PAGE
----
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Albinism

Just a gene

Many people with albinism are still exposed to dangerous forms of discrimination. In order to counter the myths and superstitions surrounding the metabolic disorder, it is important to understand its genetic foundations.
Cover of “Albinism – just a gene” Viola Kup Cover of “Albinism – just a gene”

If both parents carry the defective gene that causes albinism, some of their children will have black skin and others white. In order to understand this, the genetic basis of the different pigmentation must be clarified. Albinism occurs when there has been a small change in one of the twenty genes that either produce or distribute melanin. As a result, the dark pigments in skin, hair and the iris of the eyes are missing. If people do not adequately protect themselves from UV rays, the condition can lead to skin cancer and early death. In most people with albinism in Africa, one particular gene, the OCA2 gene, is affected. In other regions of the world, different genes are responsible.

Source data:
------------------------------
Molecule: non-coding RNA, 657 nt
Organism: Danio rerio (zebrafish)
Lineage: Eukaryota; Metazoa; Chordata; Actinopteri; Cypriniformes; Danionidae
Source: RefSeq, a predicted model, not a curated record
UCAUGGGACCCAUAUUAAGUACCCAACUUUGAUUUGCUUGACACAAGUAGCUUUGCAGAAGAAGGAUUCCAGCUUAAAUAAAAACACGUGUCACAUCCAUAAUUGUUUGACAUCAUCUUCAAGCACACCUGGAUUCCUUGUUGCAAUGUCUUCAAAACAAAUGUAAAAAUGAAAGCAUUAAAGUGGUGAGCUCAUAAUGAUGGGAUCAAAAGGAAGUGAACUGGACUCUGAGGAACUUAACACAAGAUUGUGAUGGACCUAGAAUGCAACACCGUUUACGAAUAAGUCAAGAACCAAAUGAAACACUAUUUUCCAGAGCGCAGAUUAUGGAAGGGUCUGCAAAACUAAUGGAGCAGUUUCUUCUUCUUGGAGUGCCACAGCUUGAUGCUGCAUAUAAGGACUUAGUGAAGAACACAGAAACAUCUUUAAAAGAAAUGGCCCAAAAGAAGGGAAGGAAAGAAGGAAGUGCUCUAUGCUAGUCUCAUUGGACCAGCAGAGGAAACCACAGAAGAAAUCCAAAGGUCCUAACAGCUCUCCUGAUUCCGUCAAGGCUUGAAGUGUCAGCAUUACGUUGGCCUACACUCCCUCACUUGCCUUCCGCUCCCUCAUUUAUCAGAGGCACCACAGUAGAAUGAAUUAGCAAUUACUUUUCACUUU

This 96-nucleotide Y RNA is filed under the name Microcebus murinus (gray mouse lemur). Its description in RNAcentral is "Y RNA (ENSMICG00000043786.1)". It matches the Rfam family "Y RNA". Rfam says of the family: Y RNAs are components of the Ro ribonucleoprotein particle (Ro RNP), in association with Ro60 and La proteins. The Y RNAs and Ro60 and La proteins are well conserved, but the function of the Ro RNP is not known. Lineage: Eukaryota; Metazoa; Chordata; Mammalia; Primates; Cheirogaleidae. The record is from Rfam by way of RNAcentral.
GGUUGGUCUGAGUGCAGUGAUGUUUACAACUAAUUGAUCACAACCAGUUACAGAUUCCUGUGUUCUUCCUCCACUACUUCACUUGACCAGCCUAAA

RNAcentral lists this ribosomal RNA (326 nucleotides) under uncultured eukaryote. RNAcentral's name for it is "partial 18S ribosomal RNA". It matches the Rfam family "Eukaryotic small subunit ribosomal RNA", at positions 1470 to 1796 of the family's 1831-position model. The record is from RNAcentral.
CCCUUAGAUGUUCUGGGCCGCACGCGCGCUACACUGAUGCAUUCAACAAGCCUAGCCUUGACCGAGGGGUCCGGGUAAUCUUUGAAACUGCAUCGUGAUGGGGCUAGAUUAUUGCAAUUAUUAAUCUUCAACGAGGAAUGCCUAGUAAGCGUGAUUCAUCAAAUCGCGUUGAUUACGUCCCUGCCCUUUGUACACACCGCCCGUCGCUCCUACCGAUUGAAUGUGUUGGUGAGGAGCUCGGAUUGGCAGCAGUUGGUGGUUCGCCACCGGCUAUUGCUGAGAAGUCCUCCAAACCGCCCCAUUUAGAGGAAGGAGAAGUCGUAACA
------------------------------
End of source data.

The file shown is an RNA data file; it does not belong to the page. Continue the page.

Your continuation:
Albinism is a recessive disorder caused by the interaction of a defective gene from the father and a defective gene from the mother. If two gene carriers have a child together, there is a 25 % chance in every pregnancy that the child will have albinism as a result of inheriting two defective genes. There is a 25 % chance that the child will be phenotypically and genetically healthy and a 50 % chance that the child will be phenotypically healthy, but a carrier of the defective gene. This and many other basics of genetic inheritance have been summarised in the new book „Albinism – just a gene!“, which was created for African schoolchildren and adolescents. It can be downloaded online free of charge. The text explains in simple language the foundations of various pigmentations and of genetics in general. An exhibition on the topic of albinism, with text and illustrations from the book, will also take place this year in the Cultural & Museum Centre Karonga in Malawi. 

Book
„Albinism – just a gene“, illustrated by Viola Kup. Available for free in over 20 languages at:
www.albinism-justagene.com.

Gudrun A. Rappold is a professor emerita and former chair of the department of human molecular genetics in Heidelberg University Medical School.
gudrun.rappold@med.uni-heidelberg.de